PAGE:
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There is a whole new woman in Indian cinema

Saibal Chatterjee, New Delhi

Gender sensitivity has never been Hindi cinema’s strength. The mainstream Mumbai movie industry has always been notoriously male-dominated. It accords little meaningful space to women, be it before the camera or behind it.

But away from this undeniable reality, a small but steadily growing tribe of independent Mumbai directors is scripting a significant shift. They are turning the spotlight back on stories that look at the world from the point of view of women.

It is of course no coincidence that several of these directors are themselves women. But by no means are these norm-defying films being made only by female directors.

Films such as Neeraj Ghaywan’s Masaan, which won two awards in the Un Certain Regard section of the 2015 Cannes Film Festival before being commercially released in Indian multiplexes, and Kanu Behl’s Titli, which played in the same segment in Cannes in 2014 and was recently released in India, have real, believable female characters — not Bollywood-style avenging angels or singing and dancing divas — who hold their own in a man’s world.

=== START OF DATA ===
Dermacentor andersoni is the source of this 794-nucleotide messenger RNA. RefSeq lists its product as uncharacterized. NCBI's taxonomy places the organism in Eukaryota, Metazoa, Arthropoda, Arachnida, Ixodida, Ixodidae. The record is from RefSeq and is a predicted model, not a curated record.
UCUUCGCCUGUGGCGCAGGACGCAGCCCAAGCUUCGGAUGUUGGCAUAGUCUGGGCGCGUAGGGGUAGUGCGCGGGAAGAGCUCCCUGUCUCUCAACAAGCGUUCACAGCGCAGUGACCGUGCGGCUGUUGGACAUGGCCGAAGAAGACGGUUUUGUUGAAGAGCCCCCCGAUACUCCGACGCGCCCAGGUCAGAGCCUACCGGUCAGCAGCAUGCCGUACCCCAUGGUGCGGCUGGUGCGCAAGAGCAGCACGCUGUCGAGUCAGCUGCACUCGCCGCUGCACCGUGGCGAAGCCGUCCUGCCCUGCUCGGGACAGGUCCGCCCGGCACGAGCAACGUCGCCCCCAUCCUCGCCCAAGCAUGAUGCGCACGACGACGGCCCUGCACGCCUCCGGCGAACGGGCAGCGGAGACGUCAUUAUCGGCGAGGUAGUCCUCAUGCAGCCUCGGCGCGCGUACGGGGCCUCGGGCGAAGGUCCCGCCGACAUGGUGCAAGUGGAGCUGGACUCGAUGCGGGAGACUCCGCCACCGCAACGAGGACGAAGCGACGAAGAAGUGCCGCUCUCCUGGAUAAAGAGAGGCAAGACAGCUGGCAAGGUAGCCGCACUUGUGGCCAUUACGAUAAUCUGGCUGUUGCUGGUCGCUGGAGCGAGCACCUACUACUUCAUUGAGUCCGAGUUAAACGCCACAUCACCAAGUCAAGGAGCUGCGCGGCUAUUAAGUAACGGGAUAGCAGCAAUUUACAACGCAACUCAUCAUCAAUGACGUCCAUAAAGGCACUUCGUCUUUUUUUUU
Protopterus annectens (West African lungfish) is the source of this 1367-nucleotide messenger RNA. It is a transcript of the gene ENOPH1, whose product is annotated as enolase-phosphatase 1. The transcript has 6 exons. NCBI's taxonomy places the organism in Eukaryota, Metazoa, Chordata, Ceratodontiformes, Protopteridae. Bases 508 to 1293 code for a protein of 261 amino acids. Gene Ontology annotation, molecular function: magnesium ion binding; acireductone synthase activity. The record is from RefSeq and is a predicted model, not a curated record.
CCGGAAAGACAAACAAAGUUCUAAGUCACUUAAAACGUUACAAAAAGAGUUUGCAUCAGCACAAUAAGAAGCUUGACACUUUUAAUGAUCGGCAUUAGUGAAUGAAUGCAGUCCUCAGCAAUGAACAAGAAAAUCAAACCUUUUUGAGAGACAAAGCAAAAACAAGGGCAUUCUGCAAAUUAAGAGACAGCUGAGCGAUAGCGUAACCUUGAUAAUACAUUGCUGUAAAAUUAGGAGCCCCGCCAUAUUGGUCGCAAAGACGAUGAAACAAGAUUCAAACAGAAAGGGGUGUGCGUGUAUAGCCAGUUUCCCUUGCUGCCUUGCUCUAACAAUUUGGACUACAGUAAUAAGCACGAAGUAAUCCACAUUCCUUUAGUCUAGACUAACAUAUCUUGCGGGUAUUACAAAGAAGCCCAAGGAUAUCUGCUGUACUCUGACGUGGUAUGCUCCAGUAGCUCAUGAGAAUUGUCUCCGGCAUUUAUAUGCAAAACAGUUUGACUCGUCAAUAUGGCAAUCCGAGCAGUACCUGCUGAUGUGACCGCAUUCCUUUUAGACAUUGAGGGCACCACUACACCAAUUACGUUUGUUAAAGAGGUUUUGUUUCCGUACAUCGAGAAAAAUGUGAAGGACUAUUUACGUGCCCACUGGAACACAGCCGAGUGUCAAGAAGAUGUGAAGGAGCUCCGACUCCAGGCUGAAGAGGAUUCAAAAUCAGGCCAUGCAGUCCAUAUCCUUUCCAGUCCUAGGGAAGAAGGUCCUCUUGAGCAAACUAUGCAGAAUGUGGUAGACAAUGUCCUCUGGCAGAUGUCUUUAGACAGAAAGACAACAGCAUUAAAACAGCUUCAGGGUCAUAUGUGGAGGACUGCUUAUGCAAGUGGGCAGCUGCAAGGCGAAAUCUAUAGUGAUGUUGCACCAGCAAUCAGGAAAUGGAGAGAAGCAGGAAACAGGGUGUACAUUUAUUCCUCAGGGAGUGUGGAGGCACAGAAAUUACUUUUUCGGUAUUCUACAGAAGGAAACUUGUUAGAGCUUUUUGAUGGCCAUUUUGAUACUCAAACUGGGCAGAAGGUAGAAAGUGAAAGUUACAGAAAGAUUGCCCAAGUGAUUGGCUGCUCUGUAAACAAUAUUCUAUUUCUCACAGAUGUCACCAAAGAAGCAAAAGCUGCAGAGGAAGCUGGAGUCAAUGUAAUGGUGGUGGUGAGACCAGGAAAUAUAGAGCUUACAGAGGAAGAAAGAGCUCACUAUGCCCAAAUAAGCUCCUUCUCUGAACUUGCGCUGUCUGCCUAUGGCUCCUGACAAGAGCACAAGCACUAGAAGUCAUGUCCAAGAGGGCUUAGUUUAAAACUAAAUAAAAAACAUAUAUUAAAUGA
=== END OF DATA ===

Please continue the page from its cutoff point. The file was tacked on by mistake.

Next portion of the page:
At least two recent major global cinema events — the 72nd Venice Film Festival and the 40th Toronto International Film Festival (TIFF), both held in September — took note of this change and showcased an exciting slate of fiction films from India that could serve to correct the gender imbalance perpetuated by the dominant Bollywood narrative.

In Venice, FTII alumnus Ruchika Oberoi’s debut film, Island City, which featured in the festival’s Venice Days section, won the FEDORA Prize for the Best Young Director from a jury of European critics.

The film, which deals with the debilitating struggles of ordinary individuals seeking elusive happiness in Mumbai, is made up of three loosely linked short comedies.

The first, Fun Committee, features Vinay Pathak as a listless middle-aged ...

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